October 10, 2018
Voluntary benefits are benefits that are offered to workers and their families on a purely opt-in basis. In many cases, they represent little or no additional cost to the employer, but the employer nevertheless is able to show a substantially broader list of benefits in its value proposition to employees.
For example, millions of workers own basic term life insurance via their participation in a voluntary benefits program at work. The employer simply deducts part or all of the premium from the workers’ paycheck and forwards it to the insurance company, keeping coverage in force. Where the employee pays the entire premium, the net additional cost to the employer is little or nothing.
Voluntary benefits aren’t limited to life insurance, though. Here are some popular benefits thousands of employers are already offering via a voluntary benefits/payroll deduction program:
Dental and vision plans
Cancer insurance and critical illness insurance
Long term care insurance
Permanent life insurance (such as whole life/cash value insurance)
And much more.
Strong Growth Reported
Voluntary benefit programs have shown substantial growth not just since the recession, but over the past decade. The growth is consistent, and notable across all industries, company sizes and employee age cohorts. Voluntary benefits are coming under increasing demand, and are becoming a standard offering.
A few data points:
- 71% of employees were covered under a voluntary benefits plan in 2013, up from 63% in 2012, according to the Prudential’s 8th Annual Benefits and Beyond Study.
- 51% of employers were currently implementing or have already implemented a voluntary benefits program – a huge increase over the 32% figure posted in 2012, again according to Prudential’s research team.
- Voluntary benefits sales increased 13% from 2012 to 2013, according to a survey from the Life Insurance Marketing and Research Association.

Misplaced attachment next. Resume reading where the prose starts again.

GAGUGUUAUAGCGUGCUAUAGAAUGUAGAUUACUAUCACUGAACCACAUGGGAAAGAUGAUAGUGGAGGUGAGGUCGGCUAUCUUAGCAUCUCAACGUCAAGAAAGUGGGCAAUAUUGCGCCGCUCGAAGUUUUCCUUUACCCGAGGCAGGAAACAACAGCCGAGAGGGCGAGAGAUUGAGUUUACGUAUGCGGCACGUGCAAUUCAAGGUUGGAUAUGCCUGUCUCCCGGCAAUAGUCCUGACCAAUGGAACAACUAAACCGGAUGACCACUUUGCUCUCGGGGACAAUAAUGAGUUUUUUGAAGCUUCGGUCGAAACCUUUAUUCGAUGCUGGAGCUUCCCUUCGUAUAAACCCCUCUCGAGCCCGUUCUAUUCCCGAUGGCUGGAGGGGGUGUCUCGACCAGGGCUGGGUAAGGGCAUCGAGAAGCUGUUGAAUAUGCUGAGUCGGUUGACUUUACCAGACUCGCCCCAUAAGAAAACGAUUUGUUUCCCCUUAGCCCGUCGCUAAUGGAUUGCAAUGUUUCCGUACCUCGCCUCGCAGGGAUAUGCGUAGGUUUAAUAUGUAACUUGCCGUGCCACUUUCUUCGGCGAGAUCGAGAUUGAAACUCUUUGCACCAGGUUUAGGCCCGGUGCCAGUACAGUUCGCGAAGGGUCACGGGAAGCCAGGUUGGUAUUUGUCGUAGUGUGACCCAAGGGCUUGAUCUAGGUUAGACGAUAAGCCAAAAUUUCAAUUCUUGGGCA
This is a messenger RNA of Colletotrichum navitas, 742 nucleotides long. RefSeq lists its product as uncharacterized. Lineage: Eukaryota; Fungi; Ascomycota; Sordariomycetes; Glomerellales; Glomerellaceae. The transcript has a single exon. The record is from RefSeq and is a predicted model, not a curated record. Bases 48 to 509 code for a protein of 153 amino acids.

- Voluntary health benefits sales reached $2.6 billion in 2013.
- Over 68% of all employers surveyed offer term life insurance as a voluntary benefit, according to the Society for Human Resource Management.
- 46% of employers offer long-term disability insurance.
- The 2014 Aflac Workforces Report for Small Businesses shows that more than 80 percent of small business employees want access to voluntary benefits, and 60% in ten small business employees report that they would be likely to accept a job with a smaller salary but better benefits.
- 47% of small business employees report that improving their voluntary benefits package would be one way their employers would be able to keep them on the job, rather than have them go somewhere else.
Areas where substantial possible future growth is possible include veterinary insurance (now offered by only 1% of employers, but analysts are seeing tremendous untapped demand for this benefit), identity theft insurance, legal insurance, long term care, and general benefits for millennial and Generation X workers as they become more and more established and financially stable.
Big increases in voluntary benefits offerings were noted in information services, engineering, management, marketing, legal services and architecture.